Council moves to increase water pressure

Ordinance on solicitation tabled for further discussion

By David Lindeman - For the Courier

HUBER HEIGHTS — Insufficient water pressure in some areas of Huber Heights caused some increased blood pressure at Monday night’s city council meeting.

The issue is low water pressure in some areas of the city located north of Interstate 70. City staff’s recommendation to solve the problems is the creation of the Huber Heights North Pressure Zone, which includes a $2.4 million project to increase water pressure in that area.

“Council is planning to move forward on a project of $2.4 million of taxpayer money for an undocumented need by unnamed businesses for an area that has no identified particular need for it,” Huber Heights Mayor Tom McMasters said. “My recommendation is to not move forward until we get from staff an indication of what kind of businesses are going in there, how much they need and how much they would be willing to contribute to a project like this going forward.”

Council Member Janelle Smith, who represents Ward 2 which includes much of the area in question, said it is important that the city move forward with the project.

“I’m going to echo what my colleagues have said earlier and that is we’ve been talking about this for a few months now, and again it’s the 11th hour and we’re bringing in what you don’t like about it. My question to you Mr. Mayor is going to be, at what point are we going to roll out the red carpet instead of rolling out the red tape?”

McMasters said there wasn’t enough research done on the project and it is possible that a much less costly answer could be found.

Part of the discussion revolved around a city water pressure map from 2007 that council members first saw Monday afternoon. That map showed a number of areas south of Interstate 70 that also have water pressure problems.

Council Member Glenn Otto said he was surprised that the map showed there are as many water pressure problems south of I-70 as there are north of the highway. But he said he felt it was time to move forward with the project. “I believe this is about providing proper infrastructure to members of our community whether they be businesses or residents,” he said.

Tyler Starline, who represents Ward 3 south of the interstate, said his area also has water pressure problems and he didn’t feel he had been provided enough information to support the project. “As I have said time and time again, it is not the job of this council to rubber stamp anything, it is for us to verify. I have too many questions and not enough answers.” He suggested council put off the vote to provide time to compile more information.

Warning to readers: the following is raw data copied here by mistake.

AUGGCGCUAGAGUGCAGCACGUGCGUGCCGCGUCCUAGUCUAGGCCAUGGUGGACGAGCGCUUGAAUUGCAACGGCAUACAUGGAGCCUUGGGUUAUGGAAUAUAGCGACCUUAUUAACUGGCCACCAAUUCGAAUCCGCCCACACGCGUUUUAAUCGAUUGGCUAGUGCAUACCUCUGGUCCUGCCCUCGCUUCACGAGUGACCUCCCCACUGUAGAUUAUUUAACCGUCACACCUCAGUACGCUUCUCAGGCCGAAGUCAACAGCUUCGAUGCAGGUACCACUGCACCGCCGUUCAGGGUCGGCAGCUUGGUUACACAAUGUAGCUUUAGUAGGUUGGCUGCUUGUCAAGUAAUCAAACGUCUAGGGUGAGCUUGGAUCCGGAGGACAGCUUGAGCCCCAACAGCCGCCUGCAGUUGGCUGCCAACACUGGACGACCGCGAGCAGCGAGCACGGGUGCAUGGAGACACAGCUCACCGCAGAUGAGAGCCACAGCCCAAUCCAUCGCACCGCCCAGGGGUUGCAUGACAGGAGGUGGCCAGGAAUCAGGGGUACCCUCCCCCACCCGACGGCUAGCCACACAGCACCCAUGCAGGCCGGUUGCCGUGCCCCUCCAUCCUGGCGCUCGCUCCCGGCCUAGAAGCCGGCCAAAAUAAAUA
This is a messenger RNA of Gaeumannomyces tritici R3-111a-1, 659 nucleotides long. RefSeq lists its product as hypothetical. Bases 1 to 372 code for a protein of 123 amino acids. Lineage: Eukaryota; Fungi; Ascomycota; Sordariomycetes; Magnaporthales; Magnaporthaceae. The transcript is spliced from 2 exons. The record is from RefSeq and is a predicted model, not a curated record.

Council Member Ed Lyons defended the city staff’s work and cited detailed reports provided by the city engineer.

Council eventually decided to move ahead by approving a resolution that allows City Manager Rob Schommer to enter into a contract for engineering plans for the project. The vote passed 7-1 with Starline voting no.

Schommer also said he would contact the consultants who compiled the water pressure map to get more information.

While council decided to move ahead with the water pressure plans, it held off on a proposed ordinance on door-to-door solicitors. The ordinance was up for approval Monday but was moved to a fourth reading after McMasters raised questions about the plan.

McMasters asked whether charitable groups that went door-to-door to raise funds – such as Boy Scouts selling popcorn – would need to have a license. The answer to that question was yes.

He also asked if people such as politicians who went door to door with information would have to get licenses if they passed out information that directed residents to a website where they could contribute funds – which could be categorized as “indirect” solicitation, which is mentioned in the ordinance.

Schommer said the ordinance would prevent solicitors from knocking on doors of residents who posted no soliciting signs and would not require licenses for canvassers who are not attempting to sell a product but simply are providing information.

“Those folks who want to be not disturbed at home can post a no solicitation sign and it allows an enforceable law to prevent anyone who does that without permission of the homeowner to do so,” he said.

Starline suggested council hold off on the ordinance and further discuss definitions of terms and details. Lyons supported the idea, saying he had more questions on the subject as well. Council agreed and will take the issue up at its next work session.

Ordinance on solicitation tabled for further discussion

By David Lindeman

For the Courier

Reach David Lindeman at 937-684-8983 or on Twitter @HH_Courier.

Reach David Lindeman at 937-684-8983 or on Twitter @HH_Courier.